Dolcimelo recorders

In May 2000, I was granted permission by the director of the Musical instrument collection of the Vienna Kunsthistorisches museum to measure all the recorders in their collection. This was probably the first comprehensive study of the entire collection since Bob Marvin’s celebrated 1972 Galpin Society article and I am still very grateful to the direction of the museum for allowing me access. I eventually spent more than five weeks at the museum over a 3-year period and my work was eventually incorporated into a new catalogue of the recorder collection, published in 2006 (Edition Skira, Vienna).

This experience led me to a trio of anonymous instruments hitherto undocumented, which bear a makers mark with an unusual motif, reminiscent of a pair of apples. These three recorders have proved a good basis for a late renaissance model with baroque fingering. The three instruments are: a soprano size, inventory number: SAM 130 in modern c”, and alto, SAM 140, a quarter-tone sharp of modern f”‘ and a small tenor, that suffered baroque “remodelling”, SAM 148 a quarter-tone sharp of modern d’. These three instruments have fairly similar bore profiles to the “Rafi” models, except that their actual diameter is proportionally much greater, and surprisingly they play a full two octave range, using the fingerings given by Jambe de Fer and Van Eyck. On the other hand, their voicing and blowing characteristics, seem far closer to baroque instruments than the Rafis. The unusual interval between the three sizes may suggest that their original use was intended more in a solo than a consort capacity.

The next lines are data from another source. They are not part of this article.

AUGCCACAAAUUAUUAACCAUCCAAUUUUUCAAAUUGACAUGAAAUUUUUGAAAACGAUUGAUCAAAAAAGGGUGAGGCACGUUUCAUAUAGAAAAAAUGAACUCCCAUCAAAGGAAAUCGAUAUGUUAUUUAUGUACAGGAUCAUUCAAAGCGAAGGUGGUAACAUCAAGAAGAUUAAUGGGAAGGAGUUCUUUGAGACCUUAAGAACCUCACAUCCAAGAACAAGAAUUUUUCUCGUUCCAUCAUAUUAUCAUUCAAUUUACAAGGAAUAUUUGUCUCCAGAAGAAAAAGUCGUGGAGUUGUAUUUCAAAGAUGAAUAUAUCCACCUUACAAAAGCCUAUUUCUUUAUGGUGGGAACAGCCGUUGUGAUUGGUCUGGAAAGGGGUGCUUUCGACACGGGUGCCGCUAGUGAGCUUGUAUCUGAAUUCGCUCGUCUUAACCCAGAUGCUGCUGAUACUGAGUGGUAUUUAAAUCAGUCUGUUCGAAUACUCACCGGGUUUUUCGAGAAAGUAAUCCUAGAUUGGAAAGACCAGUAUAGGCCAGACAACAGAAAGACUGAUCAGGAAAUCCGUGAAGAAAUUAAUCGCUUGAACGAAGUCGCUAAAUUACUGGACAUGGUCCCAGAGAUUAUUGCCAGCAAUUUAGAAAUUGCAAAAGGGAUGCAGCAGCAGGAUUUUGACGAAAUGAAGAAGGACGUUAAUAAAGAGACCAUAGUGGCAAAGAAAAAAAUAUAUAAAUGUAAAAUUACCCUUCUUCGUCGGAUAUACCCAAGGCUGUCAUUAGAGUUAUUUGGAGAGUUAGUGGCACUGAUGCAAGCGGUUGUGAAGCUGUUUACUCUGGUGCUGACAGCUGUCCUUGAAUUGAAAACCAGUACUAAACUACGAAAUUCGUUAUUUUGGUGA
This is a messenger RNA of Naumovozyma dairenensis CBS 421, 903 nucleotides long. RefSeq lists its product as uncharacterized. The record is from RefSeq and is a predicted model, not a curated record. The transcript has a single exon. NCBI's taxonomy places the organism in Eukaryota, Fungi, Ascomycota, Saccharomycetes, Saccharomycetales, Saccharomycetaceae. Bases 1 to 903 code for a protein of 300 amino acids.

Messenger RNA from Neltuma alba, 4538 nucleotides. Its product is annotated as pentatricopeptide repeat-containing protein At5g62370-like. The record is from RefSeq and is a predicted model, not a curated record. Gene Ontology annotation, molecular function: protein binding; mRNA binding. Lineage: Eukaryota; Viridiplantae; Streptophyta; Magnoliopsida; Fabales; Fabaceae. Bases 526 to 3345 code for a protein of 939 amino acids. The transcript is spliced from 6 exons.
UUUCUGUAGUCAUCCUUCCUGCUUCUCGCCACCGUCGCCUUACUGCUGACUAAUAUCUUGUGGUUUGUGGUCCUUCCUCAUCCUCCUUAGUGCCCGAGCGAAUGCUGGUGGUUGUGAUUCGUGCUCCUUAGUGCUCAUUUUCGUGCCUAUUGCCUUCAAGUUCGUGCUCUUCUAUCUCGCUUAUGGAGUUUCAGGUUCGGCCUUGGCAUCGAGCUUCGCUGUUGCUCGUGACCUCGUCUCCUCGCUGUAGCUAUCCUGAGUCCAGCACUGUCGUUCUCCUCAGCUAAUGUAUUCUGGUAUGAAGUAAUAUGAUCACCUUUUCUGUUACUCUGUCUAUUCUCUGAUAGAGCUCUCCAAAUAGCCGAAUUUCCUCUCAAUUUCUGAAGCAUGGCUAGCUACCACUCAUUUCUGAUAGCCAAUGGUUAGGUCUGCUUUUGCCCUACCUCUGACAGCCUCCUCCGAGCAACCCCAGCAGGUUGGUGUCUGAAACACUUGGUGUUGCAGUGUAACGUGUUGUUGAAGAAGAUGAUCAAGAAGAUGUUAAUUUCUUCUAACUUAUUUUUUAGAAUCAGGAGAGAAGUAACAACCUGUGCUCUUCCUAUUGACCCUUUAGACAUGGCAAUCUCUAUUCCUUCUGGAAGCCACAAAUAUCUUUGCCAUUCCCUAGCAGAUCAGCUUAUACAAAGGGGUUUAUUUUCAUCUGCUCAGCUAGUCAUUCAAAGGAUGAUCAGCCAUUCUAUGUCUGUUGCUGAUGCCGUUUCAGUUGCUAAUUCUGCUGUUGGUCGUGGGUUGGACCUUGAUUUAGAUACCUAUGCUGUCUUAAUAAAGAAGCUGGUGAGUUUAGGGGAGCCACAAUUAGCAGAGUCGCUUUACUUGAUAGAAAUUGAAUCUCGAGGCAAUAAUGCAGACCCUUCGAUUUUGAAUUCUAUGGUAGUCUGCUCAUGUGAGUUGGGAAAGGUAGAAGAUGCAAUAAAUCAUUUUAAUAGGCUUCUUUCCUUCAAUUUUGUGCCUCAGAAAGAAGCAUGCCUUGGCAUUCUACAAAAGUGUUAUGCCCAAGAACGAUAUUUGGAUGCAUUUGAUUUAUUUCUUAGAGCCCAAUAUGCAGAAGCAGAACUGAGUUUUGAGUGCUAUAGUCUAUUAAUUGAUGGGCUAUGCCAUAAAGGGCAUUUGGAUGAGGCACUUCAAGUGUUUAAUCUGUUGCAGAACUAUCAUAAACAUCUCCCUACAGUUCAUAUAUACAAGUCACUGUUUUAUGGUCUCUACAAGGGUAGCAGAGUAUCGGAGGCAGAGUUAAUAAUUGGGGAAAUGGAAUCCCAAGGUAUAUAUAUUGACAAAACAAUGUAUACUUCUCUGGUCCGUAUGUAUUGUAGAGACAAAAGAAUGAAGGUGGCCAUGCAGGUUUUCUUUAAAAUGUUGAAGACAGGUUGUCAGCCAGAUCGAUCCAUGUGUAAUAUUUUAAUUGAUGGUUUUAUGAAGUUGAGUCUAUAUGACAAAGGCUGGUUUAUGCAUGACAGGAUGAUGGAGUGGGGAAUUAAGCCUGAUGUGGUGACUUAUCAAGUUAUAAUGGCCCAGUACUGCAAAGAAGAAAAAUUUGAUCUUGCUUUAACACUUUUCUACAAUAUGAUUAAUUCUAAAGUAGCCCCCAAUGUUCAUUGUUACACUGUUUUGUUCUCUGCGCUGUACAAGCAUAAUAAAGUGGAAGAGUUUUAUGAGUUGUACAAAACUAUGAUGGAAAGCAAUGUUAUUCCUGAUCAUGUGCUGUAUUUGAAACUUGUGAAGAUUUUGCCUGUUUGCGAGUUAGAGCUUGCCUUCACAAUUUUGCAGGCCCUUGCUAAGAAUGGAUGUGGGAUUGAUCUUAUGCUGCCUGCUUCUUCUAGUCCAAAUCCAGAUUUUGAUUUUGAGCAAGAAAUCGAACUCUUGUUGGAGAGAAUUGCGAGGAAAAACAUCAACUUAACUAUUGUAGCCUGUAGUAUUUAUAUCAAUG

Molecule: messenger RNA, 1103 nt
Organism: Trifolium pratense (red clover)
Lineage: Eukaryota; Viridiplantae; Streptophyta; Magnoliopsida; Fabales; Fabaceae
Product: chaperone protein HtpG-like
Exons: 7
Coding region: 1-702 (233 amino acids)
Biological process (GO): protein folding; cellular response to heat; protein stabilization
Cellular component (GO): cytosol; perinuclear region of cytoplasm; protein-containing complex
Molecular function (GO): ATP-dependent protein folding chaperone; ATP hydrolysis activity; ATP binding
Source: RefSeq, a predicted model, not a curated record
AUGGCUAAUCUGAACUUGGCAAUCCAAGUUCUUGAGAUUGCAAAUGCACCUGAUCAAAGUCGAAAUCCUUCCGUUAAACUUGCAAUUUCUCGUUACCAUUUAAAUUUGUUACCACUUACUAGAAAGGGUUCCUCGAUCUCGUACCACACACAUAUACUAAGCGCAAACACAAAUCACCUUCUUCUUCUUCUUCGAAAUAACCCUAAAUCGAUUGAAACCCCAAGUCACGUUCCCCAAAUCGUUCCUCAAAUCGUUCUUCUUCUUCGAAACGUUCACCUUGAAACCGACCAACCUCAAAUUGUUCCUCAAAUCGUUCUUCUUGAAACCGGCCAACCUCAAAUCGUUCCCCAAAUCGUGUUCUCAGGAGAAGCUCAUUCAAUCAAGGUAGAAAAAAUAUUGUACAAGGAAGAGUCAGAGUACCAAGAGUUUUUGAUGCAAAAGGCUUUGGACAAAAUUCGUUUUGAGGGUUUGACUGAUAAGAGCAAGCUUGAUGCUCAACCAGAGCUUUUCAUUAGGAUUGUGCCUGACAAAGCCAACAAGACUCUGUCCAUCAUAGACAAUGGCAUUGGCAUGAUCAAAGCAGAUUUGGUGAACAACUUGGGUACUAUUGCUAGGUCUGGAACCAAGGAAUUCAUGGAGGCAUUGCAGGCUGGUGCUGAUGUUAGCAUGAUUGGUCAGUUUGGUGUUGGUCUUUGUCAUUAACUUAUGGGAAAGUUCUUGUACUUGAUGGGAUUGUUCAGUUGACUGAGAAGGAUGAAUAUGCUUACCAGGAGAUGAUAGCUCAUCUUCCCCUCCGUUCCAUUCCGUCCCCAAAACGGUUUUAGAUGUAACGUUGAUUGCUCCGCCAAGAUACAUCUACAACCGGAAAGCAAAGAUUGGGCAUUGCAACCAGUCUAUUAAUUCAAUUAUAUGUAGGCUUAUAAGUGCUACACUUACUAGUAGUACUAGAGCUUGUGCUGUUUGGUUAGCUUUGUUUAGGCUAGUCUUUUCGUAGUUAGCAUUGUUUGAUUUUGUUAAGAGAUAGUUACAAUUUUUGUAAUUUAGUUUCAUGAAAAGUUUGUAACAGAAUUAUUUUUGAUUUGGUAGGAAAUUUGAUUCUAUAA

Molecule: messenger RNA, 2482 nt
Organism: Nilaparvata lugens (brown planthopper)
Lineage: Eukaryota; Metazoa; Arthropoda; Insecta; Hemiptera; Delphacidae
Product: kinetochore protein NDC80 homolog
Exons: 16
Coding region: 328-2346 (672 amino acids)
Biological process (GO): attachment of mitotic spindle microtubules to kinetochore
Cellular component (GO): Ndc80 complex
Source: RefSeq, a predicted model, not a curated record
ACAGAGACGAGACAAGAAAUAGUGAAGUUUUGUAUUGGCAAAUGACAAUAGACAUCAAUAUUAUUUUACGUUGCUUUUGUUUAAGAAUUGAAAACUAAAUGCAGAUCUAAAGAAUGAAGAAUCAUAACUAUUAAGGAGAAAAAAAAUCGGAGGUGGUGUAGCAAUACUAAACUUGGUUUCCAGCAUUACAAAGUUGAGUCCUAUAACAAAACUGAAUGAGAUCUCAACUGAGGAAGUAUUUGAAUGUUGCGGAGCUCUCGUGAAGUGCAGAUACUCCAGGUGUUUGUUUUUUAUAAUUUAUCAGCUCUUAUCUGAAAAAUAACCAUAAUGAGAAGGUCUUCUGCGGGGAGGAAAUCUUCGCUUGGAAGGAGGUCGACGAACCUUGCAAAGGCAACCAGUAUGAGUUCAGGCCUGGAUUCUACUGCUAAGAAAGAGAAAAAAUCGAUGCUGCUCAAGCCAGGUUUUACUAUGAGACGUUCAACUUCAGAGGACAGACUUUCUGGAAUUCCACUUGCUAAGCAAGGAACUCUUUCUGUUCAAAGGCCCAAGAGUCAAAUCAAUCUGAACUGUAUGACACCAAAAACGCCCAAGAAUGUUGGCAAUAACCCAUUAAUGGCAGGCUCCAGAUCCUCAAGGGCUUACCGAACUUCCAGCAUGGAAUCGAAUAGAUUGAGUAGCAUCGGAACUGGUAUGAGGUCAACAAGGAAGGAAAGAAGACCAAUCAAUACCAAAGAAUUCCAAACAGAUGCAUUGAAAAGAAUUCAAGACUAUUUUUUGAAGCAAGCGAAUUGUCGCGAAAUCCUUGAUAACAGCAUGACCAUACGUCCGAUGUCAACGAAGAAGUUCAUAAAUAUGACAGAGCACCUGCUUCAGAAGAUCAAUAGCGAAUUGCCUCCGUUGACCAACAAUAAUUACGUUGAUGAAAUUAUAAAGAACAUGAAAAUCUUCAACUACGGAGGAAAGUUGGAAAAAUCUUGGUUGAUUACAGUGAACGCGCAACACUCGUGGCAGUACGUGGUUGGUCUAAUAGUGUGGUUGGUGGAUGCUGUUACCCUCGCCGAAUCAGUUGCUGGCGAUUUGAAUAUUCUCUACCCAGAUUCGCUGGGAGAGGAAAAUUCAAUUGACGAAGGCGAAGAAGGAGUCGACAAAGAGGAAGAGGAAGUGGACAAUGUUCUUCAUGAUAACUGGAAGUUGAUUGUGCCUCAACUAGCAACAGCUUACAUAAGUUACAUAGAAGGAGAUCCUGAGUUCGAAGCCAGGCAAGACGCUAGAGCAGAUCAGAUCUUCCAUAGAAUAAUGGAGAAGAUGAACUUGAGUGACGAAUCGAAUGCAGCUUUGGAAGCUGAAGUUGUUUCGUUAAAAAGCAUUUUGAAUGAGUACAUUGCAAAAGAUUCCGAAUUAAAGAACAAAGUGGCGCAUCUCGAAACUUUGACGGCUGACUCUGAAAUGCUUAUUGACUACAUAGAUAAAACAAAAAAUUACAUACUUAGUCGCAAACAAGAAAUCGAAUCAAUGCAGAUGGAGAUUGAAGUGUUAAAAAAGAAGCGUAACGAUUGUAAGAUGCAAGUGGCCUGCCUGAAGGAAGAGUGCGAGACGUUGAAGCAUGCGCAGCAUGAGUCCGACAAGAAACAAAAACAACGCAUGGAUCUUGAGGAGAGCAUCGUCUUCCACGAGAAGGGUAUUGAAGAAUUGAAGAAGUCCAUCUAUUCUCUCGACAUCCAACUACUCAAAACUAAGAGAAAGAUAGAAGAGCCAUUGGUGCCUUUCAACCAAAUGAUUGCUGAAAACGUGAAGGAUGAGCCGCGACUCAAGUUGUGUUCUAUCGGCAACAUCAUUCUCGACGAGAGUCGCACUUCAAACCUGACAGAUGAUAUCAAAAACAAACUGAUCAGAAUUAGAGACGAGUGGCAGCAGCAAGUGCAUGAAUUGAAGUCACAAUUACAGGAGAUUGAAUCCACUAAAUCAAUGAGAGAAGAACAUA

The window and maker’s mark of Vienna, SAM 140


The reconstruction of these instruments has proved to be remarkably straightforward. The high notes are very reliable and no particular problem was encountered in achieving a good balanced instrument. This is at least as applies to the alto size recorder. The most important problem has been knowing at what pitch to make them, considering that most players would probably want to explore 17th century Italian music with this kind of recorder. Over the years I have made altos in a=392 Hz, 415 Hz, 440 Hz and 466 Hz and sopranos in a=415 Hz and 440 Hz. The tenor size has proved a more difficult instrument and indeed the compromises in the design are far more present, the larger the size of recorder, but I have recently made some successful tenors in both a=466 Hz and 440 Hz.

I make these instruments in one piece, with no joint and will of course be prepared to tune them to any existing instruments.

Download the fingering chart for this instrument (PDF format).


Dolcimelo alto recorder in g’, a=466 Hz; made in maple
Dolcimelo tenor recorder in c’, a=440 Hz; made in plum